Cordilleran Section - 115th Annual Meeting - 2019

Paper No. 19-8
Presentation Time: 10:40 AM


STAISCH, Lydia M., Geology, Minerals, Energy, and Geophysics Science Center, U.S. Geological Survey, 345 Middlefield Road, Menlo Park, CA 98195-94025, O'CONNOR, Jim E., U.S. Geological Survey, 2130 SW 5th Ave., Portland, OR 97201, HOLM-DENOMA, Christopher S., U.S. Geological Survey, Geology, Geophysics, and Geochemistry Science Center, Denver Federal Center, Denver, CO 80225, LASHER, John P., Ellensburg, WA 98926 and ALEXANDER, Jeremy, Riggins, ID 83549

The Miocene–Pliocene Ringold formation has been an important marker for understanding where and when the ancestral Columbia, Snake, and Salmon/Clearwater Rivers flowed. Over the past century, many researchers have provided important insights into the river history, and most studies have focused on fish fossils and river cobble provenance as evidence. However, the details and mechanisms for river reorganization are still debated and have key implications for regional tectonic and volcanic activity. To test various proposed and possible ancestral drainage patterns, we provide a new dataset of detrital zircons, which provide a unique fingerprint to identify possible source terranes.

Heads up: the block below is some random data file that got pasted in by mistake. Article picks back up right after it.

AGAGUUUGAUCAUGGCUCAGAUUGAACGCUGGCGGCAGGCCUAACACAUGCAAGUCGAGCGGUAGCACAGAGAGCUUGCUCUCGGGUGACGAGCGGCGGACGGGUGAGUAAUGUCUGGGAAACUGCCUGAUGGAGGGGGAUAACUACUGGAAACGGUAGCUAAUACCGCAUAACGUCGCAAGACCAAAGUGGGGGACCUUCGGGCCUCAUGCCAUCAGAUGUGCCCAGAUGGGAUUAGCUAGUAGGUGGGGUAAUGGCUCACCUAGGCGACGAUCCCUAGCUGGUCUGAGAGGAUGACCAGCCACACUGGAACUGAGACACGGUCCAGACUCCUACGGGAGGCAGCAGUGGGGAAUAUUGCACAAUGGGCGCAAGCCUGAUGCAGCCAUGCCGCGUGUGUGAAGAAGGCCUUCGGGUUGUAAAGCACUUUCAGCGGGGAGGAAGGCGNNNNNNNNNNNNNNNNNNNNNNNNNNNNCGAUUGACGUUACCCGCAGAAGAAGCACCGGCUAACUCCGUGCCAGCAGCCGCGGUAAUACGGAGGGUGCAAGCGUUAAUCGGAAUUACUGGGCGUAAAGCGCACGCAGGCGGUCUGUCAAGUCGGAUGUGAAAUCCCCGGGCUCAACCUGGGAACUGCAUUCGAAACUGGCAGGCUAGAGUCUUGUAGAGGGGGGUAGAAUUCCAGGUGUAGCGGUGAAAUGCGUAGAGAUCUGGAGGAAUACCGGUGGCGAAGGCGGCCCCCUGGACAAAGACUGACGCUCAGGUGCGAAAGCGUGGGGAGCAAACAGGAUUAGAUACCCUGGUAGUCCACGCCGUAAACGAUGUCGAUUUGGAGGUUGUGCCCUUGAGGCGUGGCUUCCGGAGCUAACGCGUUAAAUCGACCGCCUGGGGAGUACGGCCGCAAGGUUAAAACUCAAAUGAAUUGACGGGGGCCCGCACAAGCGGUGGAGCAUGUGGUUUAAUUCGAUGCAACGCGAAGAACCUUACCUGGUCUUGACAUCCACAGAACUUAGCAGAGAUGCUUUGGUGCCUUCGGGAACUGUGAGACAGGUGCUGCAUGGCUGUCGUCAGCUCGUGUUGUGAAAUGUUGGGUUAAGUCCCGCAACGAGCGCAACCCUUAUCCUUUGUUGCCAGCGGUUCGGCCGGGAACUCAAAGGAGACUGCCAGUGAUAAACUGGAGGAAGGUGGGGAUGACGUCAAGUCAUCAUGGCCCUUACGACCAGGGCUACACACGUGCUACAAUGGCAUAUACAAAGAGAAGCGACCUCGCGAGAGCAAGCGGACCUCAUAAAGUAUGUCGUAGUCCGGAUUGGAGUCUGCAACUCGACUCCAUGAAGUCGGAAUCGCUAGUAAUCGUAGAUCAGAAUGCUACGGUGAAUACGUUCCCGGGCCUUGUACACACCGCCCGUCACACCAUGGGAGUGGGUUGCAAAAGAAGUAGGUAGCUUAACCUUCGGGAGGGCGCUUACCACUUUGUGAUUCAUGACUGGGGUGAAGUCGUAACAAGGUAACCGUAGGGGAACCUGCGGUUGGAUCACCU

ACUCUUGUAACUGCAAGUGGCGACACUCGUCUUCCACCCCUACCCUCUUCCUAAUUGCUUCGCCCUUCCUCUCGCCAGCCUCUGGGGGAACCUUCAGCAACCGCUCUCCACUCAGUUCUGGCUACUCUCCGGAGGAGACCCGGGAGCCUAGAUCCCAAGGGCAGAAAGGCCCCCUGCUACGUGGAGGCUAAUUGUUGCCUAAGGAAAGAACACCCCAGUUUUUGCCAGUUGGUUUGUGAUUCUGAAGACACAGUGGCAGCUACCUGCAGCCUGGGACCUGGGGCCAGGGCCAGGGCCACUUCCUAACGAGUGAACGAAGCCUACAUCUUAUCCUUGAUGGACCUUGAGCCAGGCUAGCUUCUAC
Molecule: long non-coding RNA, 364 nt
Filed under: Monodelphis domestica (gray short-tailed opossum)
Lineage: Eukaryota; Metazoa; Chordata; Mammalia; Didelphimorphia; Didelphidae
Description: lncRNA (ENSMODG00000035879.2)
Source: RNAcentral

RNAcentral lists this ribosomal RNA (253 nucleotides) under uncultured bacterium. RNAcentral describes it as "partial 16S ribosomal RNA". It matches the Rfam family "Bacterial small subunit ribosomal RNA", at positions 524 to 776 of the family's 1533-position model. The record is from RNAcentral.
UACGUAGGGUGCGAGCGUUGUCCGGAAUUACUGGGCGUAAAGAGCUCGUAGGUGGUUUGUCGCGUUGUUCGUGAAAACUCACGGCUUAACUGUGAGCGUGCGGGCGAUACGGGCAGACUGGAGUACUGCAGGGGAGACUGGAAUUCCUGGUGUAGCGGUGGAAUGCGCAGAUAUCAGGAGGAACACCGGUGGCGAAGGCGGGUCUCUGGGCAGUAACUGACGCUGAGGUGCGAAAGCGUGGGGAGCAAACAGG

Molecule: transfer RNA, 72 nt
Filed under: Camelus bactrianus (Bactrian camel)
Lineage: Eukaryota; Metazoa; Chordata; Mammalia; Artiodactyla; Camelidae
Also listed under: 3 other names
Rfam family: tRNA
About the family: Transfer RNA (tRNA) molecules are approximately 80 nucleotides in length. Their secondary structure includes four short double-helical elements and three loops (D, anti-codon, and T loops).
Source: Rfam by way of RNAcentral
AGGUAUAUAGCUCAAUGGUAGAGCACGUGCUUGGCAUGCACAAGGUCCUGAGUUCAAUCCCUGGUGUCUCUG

We analyzed fluvial sandstone samples from the Ringold formation on the north side of the Saddle Mountains for detrital U-Pb zircon provenance. Above and below the sampled sandstone, we dated interbedded tephra layers that bracket the time of sandstone deposition between 7.0 and 3.4 Ma. Importantly, these new ages show that the Taunton fish fossils, which are an important assemblage for interpreting the Columbia and Snake River drainage history, are older than previously thought. For comparative analysis, we dated detrital zircons from modern Columbia, Okanogan, Spokane, Methow, Yakima, and Salmon River sands, detrital zircons from various Miocene – Pliocene aged fluvial units throughout Oregon and Washington, and supplemented this with existing detrital zircon ages from the Snake River Plain.

Our statistical analysis of detrital zircon datasets, along with extensive paleontological data from Washington, Oregon, and Idaho, clarify and resolve outstanding questions about drainage reorganization. We show that there was a fluvial connection between the Snake River Plain (Idaho) and Pasco Basin (central Washington) before 3 Ma. This might indicate that either the Miocene Snake River flowed along a similar path as it does today, or that the Snake River Plain was connected to Pasco Basin via an alternative route, such as through the Salmon River. Whether the current Snake River path through Hells Canyon was carved before 3 Ma is still an open question.